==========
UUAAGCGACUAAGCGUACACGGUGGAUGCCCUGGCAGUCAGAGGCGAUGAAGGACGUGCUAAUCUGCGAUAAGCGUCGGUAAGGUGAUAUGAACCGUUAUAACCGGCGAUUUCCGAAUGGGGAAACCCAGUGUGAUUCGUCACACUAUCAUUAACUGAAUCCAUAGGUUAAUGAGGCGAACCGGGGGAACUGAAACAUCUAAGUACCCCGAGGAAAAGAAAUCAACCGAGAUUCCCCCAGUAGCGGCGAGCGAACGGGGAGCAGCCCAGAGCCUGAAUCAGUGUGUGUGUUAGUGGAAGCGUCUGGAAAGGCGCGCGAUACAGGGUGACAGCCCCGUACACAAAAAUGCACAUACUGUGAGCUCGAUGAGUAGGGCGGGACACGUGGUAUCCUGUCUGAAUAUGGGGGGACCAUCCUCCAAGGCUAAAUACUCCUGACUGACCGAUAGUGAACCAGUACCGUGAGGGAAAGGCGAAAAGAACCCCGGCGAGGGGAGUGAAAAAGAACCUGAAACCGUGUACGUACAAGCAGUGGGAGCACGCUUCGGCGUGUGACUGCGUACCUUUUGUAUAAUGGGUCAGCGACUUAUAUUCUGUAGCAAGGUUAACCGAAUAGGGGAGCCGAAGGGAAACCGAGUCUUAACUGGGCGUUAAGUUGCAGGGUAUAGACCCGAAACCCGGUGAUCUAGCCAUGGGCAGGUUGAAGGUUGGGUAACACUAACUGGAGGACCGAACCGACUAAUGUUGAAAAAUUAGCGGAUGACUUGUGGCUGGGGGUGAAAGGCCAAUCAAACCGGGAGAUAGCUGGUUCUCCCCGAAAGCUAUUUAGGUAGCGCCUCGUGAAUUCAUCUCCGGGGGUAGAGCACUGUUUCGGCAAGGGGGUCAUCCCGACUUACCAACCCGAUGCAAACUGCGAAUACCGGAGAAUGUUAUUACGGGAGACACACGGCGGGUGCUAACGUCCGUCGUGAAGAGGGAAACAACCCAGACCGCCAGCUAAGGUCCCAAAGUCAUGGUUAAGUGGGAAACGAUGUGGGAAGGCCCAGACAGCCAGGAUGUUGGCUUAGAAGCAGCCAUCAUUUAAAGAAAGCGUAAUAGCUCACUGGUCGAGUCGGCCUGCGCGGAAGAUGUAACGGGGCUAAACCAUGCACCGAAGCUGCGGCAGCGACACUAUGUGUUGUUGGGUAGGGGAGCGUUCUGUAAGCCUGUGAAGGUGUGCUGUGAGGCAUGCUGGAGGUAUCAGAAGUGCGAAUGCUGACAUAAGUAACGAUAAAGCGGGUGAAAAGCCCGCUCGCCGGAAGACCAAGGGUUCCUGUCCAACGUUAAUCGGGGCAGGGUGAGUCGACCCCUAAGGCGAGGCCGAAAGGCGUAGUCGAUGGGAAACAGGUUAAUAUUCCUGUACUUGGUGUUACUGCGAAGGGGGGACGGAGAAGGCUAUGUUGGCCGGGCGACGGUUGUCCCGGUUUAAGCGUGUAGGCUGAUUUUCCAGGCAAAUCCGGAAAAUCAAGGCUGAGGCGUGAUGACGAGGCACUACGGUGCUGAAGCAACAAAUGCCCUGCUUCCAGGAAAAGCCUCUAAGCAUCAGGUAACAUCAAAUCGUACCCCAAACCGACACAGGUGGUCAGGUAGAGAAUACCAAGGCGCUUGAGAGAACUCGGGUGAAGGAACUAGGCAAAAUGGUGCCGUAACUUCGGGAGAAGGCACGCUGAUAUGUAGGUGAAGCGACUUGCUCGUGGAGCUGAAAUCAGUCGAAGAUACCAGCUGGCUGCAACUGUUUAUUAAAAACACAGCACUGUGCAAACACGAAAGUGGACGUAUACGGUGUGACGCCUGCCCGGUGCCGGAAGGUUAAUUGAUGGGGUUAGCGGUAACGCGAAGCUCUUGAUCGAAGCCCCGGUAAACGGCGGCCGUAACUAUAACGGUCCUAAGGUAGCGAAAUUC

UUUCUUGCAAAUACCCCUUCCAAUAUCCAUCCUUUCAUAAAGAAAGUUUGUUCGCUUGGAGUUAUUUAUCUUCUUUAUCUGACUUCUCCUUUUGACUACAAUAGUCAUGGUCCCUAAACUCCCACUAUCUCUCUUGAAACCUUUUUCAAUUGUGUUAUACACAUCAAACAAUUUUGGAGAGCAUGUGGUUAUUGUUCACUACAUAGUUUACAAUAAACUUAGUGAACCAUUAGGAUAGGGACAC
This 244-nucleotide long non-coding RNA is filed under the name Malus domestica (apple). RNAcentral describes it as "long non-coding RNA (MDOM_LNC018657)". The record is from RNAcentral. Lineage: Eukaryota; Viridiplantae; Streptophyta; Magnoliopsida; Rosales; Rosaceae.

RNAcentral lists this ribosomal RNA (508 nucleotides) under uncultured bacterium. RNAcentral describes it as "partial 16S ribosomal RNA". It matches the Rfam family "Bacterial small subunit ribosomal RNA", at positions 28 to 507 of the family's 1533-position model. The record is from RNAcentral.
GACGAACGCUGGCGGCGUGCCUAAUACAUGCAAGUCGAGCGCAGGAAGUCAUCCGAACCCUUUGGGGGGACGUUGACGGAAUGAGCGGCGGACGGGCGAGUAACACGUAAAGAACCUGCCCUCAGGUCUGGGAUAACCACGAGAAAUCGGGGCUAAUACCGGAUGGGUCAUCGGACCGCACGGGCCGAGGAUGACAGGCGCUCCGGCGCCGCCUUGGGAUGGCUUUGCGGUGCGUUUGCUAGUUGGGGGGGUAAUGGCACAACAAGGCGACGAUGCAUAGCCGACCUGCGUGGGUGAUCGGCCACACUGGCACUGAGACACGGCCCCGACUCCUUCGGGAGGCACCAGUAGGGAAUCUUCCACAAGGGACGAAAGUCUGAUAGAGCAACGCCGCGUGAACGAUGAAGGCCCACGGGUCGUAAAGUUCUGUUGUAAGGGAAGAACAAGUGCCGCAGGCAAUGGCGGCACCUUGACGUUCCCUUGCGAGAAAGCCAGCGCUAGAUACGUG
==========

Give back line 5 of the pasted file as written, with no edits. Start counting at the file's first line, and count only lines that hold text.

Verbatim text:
GACGAACGCUGGCGGCGUGCCUAAUACAUGCAAGUCGAGCGCAGGAAGUCAUCCGAACCCUUUGGGGGGACGUUGACGGAAUGAGCGGCGGACGGGCGAGUAACACGUAAAGAACCUGCCCUCAGGUCUGGGAUAACCACGAGAAAUCGGGGCUAAUACCGGAUGGGUCAUCGGACCGCACGGGCCGAGGAUGACAGGCGCUCCGGCGCCGCCUUGGGAUGGCUUUGCGGUGCGUUUGCUAGUUGGGGGGGUAAUGGCACAACAAGGCGACGAUGCAUAGCCGACCUGCGUGGGUGAUCGGCCACACUGGCACUGAGACACGGCCCCGACUCCUUCGGGAGGCACCAGUAGGGAAUCUUCCACAAGGGACGAAAGUCUGAUAGAGCAACGCCGCGUGAACGAUGAAGGCCCACGGGUCGUAAAGUUCUGUUGUAAGGGAAGAACAAGUGCCGCAGGCAAUGGCGGCACCUUGACGUUCCCUUGCGAGAAAGCCAGCGCUAGAUACGUG